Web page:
The W and Z bosons are together known as the weak or more generally as the intermediate vector bosons. These elementary particles mediate the weak interaction; the respective symbols are
. The W bosons have either a positive or negative electric charge of 1 elementary charge and are each other's antiparticles. The Z boson is electrically neutral and is its own antiparticle. The three particles have a spin of 1. The W bosons have a magnetic moment, but the Z has none. All three of these particles are very short-lived, with a half-life of about 3×10−25 s. Their experimental discovery was a triumph for what is now known as the Standard Model of particle physics.
Already during the UA2 time, strong interest in the physics and instrumentation at future colliders, in particular LHC. Early involvement as convener of the jet study group at the ECFA-CERN LHC workshop 1984 (Lausanne, Geneva), member of the advisory panel on the physics potential and the feasibility of experiments at the multi-TeV energies (La Thuile workshop 1987), and calorimetry overview at the ECFA study week on instrumentation technology for high-luminosity hadron colliders (Barcelona 1989).
He more and more shiftedto the Large Hadron Collider (LHC). From 1991 the main activities concentrated on tasks related to the informal spokespersonship first of a proto-Collaboration. Peter Jenni was involved in the early phases of the calorimeter R&D projects RD1 and RD3, during 1990–1992. In 1995, after formal approval of the ATLAS project, he was elected Spokesperson of the experiment, which today comprises some 3000 scientists representing 183 Institutions from 38 countries. He was re-elected several times and retired from this duty in February 2009, with Fabiola Gianotti as his successor. He retained however a strong involvement in the operation and physics of the experiment.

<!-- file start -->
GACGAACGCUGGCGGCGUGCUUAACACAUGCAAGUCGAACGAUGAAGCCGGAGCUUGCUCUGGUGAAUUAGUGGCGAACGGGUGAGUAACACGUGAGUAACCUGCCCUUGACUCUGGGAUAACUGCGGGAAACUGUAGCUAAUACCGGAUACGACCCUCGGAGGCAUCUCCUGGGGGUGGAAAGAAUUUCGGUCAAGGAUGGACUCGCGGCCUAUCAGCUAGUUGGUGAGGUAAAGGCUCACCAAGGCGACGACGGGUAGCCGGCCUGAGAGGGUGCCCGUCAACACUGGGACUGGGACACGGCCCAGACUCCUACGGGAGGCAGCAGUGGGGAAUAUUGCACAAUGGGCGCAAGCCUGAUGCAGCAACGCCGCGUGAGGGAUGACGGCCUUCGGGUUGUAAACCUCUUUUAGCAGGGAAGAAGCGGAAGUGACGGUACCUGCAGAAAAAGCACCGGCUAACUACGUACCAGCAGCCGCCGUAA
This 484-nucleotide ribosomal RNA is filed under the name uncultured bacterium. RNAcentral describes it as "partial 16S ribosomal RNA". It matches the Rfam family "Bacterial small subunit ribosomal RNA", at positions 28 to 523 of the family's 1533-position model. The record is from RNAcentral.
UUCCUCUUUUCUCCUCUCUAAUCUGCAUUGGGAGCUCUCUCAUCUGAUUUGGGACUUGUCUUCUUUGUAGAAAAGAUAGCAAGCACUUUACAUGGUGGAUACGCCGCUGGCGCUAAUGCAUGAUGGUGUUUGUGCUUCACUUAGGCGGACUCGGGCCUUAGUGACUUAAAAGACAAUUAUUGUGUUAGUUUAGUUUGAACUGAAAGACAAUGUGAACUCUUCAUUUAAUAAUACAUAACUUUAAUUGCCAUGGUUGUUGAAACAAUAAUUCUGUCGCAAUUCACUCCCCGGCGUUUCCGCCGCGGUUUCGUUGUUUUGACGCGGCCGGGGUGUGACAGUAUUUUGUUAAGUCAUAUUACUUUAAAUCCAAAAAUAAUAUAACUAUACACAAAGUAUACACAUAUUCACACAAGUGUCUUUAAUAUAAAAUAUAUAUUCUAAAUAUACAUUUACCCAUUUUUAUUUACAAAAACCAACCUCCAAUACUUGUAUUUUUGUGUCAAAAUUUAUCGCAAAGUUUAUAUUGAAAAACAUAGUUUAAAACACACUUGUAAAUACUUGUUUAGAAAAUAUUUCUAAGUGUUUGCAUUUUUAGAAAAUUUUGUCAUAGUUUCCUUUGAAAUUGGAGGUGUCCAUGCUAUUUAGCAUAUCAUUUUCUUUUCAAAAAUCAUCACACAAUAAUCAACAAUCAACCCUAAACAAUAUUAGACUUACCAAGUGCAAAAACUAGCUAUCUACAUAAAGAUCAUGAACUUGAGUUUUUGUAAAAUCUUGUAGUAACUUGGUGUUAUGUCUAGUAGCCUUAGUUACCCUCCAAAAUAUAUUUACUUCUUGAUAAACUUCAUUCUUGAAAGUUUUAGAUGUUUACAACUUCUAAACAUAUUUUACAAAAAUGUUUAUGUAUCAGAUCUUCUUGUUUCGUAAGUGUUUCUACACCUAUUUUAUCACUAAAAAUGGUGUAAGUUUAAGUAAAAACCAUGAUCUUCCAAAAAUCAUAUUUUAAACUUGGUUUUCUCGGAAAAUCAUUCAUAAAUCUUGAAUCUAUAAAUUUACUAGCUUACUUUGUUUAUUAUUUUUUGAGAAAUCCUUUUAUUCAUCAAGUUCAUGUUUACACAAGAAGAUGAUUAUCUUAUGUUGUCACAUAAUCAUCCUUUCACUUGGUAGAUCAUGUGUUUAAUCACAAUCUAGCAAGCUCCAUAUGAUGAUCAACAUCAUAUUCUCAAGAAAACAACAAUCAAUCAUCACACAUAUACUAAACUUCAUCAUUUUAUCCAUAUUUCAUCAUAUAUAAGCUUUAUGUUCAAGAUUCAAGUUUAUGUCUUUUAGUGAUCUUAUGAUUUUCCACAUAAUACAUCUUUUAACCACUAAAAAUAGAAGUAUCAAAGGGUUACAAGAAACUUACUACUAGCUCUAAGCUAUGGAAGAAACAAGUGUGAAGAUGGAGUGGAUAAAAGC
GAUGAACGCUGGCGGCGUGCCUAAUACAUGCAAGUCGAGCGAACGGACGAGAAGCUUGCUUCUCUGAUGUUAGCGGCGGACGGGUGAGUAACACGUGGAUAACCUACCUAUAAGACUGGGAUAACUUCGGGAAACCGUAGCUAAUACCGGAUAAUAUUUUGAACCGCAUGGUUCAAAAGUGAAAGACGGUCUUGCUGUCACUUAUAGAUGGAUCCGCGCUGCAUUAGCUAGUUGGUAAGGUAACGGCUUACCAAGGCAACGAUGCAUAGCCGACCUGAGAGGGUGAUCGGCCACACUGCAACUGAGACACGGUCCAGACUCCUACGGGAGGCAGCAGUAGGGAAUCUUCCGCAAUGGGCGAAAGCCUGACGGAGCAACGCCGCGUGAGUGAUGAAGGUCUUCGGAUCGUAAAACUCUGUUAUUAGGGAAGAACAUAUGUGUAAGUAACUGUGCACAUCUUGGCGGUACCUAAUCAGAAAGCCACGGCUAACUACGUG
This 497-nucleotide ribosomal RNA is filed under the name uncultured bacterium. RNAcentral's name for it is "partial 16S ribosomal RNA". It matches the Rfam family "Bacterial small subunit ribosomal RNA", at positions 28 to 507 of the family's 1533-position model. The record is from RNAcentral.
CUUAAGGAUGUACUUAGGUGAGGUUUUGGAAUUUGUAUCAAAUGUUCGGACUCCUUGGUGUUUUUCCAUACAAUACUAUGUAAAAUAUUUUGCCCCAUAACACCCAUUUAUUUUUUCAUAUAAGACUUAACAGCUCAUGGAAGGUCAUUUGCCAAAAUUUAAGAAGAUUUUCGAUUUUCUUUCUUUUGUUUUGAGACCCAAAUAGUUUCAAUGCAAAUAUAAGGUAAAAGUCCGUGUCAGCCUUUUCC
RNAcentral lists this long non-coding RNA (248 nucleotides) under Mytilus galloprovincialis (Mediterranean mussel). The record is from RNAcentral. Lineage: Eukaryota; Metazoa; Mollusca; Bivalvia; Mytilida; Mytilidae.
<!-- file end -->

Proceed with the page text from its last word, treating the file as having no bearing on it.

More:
After his retirement as a CERN Senior Research Staff end of April 2013, Peter Jenni has become a Guest Scientist and Honorary Professor with the Albert-Ludwigs-Universität Freiburg, keeping his full engagement with the ATLAS experiment.
In 2014 he has been elected as corresponding member of the Bavarian Academy of Sciences.
- Final two years of the ISRC, CERN (1982 and 1983)
- Four years LEPC, CERN (1986 – 1990)
- Almost five years PRC of DESY as referee on the HERA experiment calorimetry, DESY, Hamburg, Germany (1984 – 1989)
- First few years of SSC PAC, Dallas, U.S. (1989 – 1991)
- Joint Institute for Nuclear Research (JINR) Dubna Scientific Council (since 2008)
- Served, and still serves, in numerous advisory boards at institute, national, and international levels, in particular for the future HEP projects
- During 2012 and 2013 he was strongly involved in shaping the scientific input with the Preparatory Group for the Update of the European Strategy for Particle Physics, personally motivated to promote CERN’s future at the high energy frontier.